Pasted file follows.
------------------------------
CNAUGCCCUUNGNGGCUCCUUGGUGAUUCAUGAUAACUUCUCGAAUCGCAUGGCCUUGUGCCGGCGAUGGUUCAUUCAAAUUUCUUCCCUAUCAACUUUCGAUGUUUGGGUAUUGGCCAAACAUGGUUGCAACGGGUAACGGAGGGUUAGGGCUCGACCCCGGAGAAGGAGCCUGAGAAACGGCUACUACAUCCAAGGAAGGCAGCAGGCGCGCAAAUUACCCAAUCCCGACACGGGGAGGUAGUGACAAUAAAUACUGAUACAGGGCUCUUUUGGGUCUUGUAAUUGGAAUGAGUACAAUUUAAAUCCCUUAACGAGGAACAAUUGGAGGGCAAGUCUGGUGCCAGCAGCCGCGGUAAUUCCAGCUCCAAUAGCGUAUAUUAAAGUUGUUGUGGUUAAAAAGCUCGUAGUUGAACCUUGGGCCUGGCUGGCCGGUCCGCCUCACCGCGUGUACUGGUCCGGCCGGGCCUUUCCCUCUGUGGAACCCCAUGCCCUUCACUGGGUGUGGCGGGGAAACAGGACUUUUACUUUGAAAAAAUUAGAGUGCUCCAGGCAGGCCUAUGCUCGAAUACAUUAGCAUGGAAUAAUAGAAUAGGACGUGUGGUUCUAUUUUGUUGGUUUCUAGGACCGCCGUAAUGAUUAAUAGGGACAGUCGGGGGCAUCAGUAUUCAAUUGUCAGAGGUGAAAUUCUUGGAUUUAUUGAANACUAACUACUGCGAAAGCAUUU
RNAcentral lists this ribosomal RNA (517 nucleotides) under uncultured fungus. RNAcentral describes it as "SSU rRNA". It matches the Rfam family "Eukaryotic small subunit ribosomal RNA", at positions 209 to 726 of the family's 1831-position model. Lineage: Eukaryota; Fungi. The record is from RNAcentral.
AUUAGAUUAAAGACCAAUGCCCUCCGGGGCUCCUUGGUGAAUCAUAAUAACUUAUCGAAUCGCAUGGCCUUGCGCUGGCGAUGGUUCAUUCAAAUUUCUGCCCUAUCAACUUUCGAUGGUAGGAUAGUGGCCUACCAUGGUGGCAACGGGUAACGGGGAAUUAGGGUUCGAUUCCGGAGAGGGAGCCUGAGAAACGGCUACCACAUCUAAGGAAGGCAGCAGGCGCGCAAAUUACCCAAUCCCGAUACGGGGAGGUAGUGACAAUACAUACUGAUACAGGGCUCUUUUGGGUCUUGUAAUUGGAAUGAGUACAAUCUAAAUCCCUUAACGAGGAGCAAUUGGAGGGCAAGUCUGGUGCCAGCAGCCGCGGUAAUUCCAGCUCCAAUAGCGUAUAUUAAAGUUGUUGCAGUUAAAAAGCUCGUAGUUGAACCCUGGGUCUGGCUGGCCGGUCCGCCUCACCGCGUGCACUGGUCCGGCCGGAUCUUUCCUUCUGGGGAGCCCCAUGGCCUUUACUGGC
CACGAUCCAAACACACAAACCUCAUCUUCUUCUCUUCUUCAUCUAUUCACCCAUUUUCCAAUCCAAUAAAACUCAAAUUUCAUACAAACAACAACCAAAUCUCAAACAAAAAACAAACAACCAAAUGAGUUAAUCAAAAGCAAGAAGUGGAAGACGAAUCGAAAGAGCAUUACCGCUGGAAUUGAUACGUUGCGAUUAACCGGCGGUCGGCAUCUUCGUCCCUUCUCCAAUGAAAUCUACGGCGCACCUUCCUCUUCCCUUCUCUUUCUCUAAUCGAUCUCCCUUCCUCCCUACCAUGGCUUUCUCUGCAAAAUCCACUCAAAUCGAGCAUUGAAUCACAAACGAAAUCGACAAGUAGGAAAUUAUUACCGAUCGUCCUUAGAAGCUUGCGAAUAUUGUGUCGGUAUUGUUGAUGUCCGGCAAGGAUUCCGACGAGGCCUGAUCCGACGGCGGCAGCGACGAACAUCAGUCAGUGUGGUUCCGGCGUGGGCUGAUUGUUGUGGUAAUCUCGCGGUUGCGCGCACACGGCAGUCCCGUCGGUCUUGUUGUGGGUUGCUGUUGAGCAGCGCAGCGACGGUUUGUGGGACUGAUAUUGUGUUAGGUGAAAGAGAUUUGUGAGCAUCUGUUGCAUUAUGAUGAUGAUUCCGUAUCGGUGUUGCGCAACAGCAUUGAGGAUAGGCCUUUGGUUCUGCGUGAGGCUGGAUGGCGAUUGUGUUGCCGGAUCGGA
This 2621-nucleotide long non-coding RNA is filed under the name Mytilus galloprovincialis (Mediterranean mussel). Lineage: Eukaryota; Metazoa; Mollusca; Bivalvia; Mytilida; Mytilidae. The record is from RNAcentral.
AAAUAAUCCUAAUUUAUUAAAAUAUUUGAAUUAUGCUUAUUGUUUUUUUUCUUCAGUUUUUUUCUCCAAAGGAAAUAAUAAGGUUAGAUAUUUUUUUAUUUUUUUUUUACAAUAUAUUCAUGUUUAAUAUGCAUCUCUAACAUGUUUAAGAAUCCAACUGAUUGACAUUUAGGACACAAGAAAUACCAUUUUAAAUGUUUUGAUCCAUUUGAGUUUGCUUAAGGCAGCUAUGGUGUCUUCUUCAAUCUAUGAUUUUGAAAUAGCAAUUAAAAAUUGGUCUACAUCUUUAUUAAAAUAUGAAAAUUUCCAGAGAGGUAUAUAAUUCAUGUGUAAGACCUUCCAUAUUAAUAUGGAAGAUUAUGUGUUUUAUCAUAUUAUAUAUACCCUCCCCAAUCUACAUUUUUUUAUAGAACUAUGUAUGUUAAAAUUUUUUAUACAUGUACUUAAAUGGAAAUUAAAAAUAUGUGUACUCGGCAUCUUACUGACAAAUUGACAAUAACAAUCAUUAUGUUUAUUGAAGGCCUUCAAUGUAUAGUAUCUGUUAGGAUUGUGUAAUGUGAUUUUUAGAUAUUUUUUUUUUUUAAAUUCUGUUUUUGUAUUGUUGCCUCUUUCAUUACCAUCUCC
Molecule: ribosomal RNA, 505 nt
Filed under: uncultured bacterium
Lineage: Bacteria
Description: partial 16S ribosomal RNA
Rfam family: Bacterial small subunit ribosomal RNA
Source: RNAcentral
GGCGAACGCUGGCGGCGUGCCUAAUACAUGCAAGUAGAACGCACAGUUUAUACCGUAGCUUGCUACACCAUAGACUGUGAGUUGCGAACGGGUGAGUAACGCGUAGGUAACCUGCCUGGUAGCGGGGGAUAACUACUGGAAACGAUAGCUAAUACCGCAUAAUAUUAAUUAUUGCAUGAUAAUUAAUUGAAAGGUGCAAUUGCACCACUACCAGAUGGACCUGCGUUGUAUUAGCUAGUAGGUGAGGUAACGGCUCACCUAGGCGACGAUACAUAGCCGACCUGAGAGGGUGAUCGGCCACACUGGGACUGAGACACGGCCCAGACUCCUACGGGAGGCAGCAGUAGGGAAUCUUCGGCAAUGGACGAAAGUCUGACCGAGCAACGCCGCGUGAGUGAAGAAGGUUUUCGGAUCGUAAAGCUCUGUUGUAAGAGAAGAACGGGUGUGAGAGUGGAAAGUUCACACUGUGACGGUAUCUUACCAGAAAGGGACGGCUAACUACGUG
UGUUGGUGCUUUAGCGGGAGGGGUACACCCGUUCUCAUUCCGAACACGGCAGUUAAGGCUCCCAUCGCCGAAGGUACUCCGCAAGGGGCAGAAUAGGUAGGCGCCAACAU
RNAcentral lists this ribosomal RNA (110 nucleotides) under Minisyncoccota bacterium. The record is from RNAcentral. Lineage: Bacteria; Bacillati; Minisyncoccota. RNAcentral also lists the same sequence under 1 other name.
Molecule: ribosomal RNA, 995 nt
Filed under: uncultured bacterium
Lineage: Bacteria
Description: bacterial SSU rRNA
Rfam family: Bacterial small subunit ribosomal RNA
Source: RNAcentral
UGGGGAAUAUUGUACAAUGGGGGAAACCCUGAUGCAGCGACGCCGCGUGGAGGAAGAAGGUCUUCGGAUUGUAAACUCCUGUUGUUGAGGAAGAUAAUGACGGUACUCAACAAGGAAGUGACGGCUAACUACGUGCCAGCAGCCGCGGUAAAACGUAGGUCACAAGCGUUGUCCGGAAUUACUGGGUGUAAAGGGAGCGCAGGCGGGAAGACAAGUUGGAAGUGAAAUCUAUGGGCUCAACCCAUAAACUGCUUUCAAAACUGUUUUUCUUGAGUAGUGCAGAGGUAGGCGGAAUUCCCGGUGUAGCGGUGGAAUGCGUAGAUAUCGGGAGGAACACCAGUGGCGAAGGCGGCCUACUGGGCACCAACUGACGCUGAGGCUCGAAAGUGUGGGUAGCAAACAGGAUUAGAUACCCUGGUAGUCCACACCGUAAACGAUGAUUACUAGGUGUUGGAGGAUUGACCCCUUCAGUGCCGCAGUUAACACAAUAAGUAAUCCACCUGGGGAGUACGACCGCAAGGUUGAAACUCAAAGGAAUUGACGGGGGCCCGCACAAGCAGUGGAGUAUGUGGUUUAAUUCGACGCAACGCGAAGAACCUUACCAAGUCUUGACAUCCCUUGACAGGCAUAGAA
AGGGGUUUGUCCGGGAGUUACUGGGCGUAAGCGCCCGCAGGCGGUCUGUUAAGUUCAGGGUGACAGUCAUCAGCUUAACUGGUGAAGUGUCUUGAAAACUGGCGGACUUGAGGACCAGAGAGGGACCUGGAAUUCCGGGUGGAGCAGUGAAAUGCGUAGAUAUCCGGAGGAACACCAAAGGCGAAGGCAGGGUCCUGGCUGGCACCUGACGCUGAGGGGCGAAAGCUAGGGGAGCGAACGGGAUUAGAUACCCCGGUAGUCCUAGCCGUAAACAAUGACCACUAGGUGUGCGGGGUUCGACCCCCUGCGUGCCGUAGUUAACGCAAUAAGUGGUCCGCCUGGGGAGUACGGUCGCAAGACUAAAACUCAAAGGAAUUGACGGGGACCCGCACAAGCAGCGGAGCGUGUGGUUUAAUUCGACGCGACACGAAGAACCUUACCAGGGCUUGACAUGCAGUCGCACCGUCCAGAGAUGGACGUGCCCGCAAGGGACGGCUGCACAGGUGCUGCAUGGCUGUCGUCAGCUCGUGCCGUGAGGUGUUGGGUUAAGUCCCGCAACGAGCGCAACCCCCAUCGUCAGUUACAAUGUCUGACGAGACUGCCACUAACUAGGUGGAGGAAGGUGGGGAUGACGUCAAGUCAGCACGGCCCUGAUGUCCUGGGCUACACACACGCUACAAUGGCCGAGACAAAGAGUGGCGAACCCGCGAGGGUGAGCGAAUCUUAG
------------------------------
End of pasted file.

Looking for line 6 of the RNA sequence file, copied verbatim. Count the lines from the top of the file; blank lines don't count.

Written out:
AAAUAAUCCUAAUUUAUUAAAAUAUUUGAAUUAUGCUUAUUGUUUUUUUUCUUCAGUUUUUUUCUCCAAAGGAAAUAAUAAGGUUAGAUAUUUUUUUAUUUUUUUUUUACAAUAUAUUCAUGUUUAAUAUGCAUCUCUAACAUGUUUAAGAAUCCAACUGAUUGACAUUUAGGACACAAGAAAUACCAUUUUAAAUGUUUUGAUCCAUUUGAGUUUGCUUAAGGCAGCUAUGGUGUCUUCUUCAAUCUAUGAUUUUGAAAUAGCAAUUAAAAAUUGGUCUACAUCUUUAUUAAAAUAUGAAAAUUUCCAGAGAGGUAUAUAAUUCAUGUGUAAGACCUUCCAUAUUAAUAUGGAAGAUUAUGUGUUUUAUCAUAUUAUAUAUACCCUCCCCAAUCUACAUUUUUUUAUAGAACUAUGUAUGUUAAAAUUUUUUAUACAUGUACUUAAAUGGAAAUUAAAAAUAUGUGUACUCGGCAUCUUACUGACAAAUUGACAAUAACAAUCAUUAUGUUUAUUGAAGGCCUUCAAUGUAUAGUAUCUGUUAGGAUUGUGUAAUGUGAUUUUUAGAUAUUUUUUUUUUUUAAAUUCUGUUUUUGUAUUGUUGCCUCUUUCAUUACCAUCUCC